Gesta Tancredi

Gesta Tancredi in expeditione Hierosolymitana (The Deeds of Tancred in the Crusade), also known by its full title Gesta Tancredi Siciliae Regis in expeditione Hierosolymitana, is usually called simply Gesta Tancredi, is a prosimetric history[1] written in laconic Latin prose and episodes of verse by Norman chaplin Ralph of Caen (before 1079 – after 1130). His text provides an exceptional narrative of the First Crusade and events the Crusade entailed, especially those that involved Tancred. It is one of only half a dozen firsthand Latin accounts of those events.[2]

Ralph is largely known to history for this work, though he acted as chaplain to Bohemond of Taranto. He did not take part in the First Crusade, but joined Bohemond later, during his recruiting tour for the crusade of 1107. He was a native of Caen in Normandy who was a student of Arnulf of Chocques, the future Latin Patriarch of Jerusalem.[3] Arnulf departed for the Crusade in the entourage of Robert II, Duke of Normandy. Ralph was taken up by Bohemond, during Bohemond's return to Francia. After arriving with Bohemond's entourage at his return to Palestine (1107), Ralph took service with Bohemond's nephew Tancred, who ruled the principality of Antioch from 1108 to 1112.

Though Gesta Tancredi depends to a great degree on eyewitness accounts, it was commenced after the death of Tancred (11 December 1112), supposedly in order to avoid possible charges of flattery by Ralph's patrons. Later historians have criticised his work as a panegyric of the Normans, especially his patrons, on crusade, but in fact the text has far more complex nuances.[4] The text covers the years 1096–1105.[5] Either the text, which breaks off abruptly, has lost its final sections covering the last six years of Tancred's career, or Ralph died before his work was completed, though he lived long enough to mention the death of Bohemond the Younger, who died in 1130.

Gesta Tancredi, justified by Ralph's former intimacy with Bohemond and Tancred, focuses on the careers of the two men; it is dedicated to Arnulf.[6] Gesta Tancredi is the most important Latin source for the Norman campaigns in Cilicia (1097–1108), and for the early Norman rule in Antioch. The work appears in Recueil des historiens des croisades, Historiens occidentaux, Volume 3.VIII, pgs. 587-710. Gesta Tancredi provides an unflattering view of contemporaneous Byzantium, in particularly emperor Alexios I. [7]

Ralph of Caen was well educated in the Latin classics. Besides Virgil, whose work he knew well, he was acquainted with Ovid, who did not become popular until the twelfth-century Renaissance, and even Horace, who never developed much medieval reputation. More directly, in view of his project, he had read Roman historians: Livy and Caesar (in his Gallic War), whom he took as his models, and also Lucan's Pharsalia and Sallust's history.[8] His narrative (in 157 sections) is in prose when recounting events, rising to poetry to describe Tancred's capture and despoliation of the Dome of the Rock in Jerusalem in heroic, less literal terms.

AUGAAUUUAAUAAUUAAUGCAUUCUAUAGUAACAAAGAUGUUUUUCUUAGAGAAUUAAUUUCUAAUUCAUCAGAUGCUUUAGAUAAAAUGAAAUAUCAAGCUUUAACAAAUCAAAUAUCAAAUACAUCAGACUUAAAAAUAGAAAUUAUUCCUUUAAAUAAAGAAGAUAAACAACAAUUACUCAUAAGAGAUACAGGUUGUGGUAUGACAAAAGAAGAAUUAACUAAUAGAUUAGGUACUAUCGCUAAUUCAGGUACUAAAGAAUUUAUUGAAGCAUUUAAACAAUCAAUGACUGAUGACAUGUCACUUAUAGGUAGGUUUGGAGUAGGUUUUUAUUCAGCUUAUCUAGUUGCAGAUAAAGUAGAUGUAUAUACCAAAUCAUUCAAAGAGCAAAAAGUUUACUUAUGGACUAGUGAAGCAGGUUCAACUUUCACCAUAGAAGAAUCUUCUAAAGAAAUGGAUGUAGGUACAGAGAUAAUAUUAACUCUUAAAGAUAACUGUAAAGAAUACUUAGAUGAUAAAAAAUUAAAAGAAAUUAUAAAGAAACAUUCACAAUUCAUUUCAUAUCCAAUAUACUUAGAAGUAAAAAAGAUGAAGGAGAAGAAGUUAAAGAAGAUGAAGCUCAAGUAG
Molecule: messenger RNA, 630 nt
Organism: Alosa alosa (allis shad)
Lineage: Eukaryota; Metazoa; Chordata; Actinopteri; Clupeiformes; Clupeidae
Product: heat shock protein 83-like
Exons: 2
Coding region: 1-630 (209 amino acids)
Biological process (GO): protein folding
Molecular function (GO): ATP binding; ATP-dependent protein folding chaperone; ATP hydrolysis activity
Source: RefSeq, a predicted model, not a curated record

1. ^ Prosimetric means the combination of poetry and prose in a narrative, whether in oral storytelling or in print. Dudo of Saint-Quentin also wrote a history of the Normans in prose and verse, De moribus et actis primorum Normaniae ducum. (Bachrach 2005:8, note 24.
  2. ^ See the Introduction to Bernard S. Bachrach and David S. Bachrach. The Gesta Tancredi of Ralph of Caen: A History of the Normans on the First Crusade, Ashgate Publishing, Ltd., 2005, p. 1. ISBN 0-7546-3710-7. This is the first English translation of the account.
  3. ^ Spear, David S. "The School of Caen Revisited" in The Haskins Society Journal: Studies in Medieval History Volume 4 ed. Robert B. Patterson Woodbridge, Suffolk:Boydell Press 1992 ISBN 0-85115-333-X p. 57
  4. ^ See Natasha Hodgson 'Reinventing Normans as Crusaders? The Gesta Tancredi of Ralph of Caen' Anglo Norman Studies 30 (2008)
  5. ^ "The narrative breaks off during Tancred's siege of Apamea which fell in 1106." Bachrach 2005:11, note 27.
  6. ^ Arnulf was asked to edit the text, some time after 1112. (Bachrach 2005: Introduction).
  7. ^ Kazhdan, Alexander P., Editor, The Oxford Dictionary of Byzantium, Oxford University Press, Oxford, 1991, pg. 1770
  8. ^ Bachrach 2005:5.

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